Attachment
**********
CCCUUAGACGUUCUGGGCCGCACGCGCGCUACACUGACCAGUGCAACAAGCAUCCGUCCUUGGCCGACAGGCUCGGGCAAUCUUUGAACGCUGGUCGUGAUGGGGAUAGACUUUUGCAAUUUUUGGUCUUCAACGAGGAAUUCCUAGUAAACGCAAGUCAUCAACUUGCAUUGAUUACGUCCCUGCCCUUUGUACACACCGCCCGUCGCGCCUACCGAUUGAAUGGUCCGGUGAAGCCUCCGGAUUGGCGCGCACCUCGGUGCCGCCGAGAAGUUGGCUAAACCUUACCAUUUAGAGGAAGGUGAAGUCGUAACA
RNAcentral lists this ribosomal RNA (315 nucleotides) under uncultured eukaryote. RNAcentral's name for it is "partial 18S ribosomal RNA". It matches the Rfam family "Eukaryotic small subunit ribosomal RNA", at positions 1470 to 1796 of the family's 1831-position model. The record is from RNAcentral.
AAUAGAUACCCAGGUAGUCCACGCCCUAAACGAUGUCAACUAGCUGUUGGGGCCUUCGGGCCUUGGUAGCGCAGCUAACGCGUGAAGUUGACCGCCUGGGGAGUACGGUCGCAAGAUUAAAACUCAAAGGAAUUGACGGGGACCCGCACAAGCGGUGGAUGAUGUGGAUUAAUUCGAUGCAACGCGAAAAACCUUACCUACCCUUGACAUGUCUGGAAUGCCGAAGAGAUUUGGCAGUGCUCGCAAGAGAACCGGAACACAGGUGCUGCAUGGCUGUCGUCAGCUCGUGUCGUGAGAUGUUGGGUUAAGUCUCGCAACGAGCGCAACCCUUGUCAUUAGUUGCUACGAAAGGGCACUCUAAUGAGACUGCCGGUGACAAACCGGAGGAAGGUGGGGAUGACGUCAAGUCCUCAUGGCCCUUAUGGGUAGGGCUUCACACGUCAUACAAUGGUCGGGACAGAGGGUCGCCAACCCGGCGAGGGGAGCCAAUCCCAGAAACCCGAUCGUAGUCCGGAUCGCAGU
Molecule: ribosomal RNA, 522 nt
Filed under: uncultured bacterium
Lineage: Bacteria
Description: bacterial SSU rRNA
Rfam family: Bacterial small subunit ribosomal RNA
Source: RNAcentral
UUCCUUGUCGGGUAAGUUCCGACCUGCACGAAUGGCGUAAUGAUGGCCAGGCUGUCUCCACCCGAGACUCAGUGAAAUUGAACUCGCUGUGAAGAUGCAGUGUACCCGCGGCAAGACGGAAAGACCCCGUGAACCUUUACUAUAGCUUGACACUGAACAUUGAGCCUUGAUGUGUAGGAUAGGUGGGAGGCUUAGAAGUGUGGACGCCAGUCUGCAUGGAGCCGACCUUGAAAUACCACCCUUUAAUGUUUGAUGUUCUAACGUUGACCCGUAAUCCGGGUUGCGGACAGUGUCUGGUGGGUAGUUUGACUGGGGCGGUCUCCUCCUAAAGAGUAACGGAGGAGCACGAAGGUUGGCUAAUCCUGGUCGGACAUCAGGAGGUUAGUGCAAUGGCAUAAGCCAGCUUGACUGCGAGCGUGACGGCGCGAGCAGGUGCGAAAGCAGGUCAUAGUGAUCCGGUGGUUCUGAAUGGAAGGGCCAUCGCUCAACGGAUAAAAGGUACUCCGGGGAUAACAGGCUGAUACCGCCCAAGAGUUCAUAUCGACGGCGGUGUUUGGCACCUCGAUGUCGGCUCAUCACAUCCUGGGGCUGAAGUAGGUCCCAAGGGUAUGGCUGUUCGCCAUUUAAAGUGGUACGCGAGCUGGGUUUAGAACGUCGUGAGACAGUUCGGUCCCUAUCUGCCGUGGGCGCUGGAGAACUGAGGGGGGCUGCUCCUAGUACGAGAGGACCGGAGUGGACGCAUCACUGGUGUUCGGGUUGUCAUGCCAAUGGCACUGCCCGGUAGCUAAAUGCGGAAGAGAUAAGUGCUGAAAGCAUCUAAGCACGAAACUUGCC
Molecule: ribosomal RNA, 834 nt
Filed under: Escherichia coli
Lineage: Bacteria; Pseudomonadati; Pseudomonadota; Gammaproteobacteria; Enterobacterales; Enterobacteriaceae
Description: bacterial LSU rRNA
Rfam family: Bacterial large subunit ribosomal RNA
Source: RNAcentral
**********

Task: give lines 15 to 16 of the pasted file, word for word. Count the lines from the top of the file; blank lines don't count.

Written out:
Rfam family: Bacterial large subunit ribosomal RNA
Source: RNAcentral